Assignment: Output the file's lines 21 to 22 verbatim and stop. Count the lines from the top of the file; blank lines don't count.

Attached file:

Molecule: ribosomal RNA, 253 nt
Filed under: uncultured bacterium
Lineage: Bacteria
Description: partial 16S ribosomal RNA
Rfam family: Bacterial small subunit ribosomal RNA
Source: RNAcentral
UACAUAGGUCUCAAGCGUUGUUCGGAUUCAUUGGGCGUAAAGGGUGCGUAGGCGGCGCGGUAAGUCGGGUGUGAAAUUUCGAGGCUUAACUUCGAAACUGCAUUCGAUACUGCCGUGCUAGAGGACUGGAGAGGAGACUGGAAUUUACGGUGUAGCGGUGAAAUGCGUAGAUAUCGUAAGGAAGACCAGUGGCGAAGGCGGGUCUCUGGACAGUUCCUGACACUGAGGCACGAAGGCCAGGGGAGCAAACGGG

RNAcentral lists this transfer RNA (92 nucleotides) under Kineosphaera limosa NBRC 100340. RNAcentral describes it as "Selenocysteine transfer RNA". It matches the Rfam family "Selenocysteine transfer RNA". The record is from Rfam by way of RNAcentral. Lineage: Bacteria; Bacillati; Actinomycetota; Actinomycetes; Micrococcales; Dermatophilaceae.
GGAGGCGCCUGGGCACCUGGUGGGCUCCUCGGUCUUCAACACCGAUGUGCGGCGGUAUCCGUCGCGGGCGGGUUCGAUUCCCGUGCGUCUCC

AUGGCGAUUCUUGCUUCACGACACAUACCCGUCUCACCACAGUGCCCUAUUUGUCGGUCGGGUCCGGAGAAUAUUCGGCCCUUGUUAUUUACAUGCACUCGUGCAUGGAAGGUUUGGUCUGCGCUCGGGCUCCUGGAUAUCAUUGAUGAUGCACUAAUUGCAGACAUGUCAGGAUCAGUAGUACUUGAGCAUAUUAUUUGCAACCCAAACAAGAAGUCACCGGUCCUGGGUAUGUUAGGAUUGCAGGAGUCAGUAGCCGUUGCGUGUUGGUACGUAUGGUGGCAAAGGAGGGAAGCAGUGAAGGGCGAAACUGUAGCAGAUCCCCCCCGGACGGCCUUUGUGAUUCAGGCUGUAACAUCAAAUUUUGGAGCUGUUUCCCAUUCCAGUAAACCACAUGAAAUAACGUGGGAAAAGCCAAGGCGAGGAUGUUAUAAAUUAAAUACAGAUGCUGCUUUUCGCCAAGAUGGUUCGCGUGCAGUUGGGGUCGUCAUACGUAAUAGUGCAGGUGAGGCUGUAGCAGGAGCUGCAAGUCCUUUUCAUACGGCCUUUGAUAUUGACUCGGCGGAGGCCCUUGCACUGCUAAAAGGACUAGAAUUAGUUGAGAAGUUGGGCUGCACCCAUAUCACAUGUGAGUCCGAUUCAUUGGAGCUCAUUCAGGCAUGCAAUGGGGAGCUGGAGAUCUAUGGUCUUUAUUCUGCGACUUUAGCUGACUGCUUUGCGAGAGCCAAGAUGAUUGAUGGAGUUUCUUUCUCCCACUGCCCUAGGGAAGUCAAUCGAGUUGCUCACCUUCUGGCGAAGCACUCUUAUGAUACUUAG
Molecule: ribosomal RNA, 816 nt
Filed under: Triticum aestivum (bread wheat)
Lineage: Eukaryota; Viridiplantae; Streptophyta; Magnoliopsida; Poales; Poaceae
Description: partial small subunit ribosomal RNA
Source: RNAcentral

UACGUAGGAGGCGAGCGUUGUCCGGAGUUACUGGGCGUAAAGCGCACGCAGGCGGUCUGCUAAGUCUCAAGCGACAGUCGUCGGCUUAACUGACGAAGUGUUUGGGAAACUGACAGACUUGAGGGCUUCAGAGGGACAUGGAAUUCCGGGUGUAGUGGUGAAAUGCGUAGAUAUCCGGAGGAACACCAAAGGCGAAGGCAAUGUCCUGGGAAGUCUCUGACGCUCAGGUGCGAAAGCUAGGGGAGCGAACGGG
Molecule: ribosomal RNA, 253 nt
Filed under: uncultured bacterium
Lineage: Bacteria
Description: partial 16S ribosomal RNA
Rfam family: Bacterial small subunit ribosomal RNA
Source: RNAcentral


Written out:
Rfam family: Bacterial small subunit ribosomal RNA
Source: RNAcentral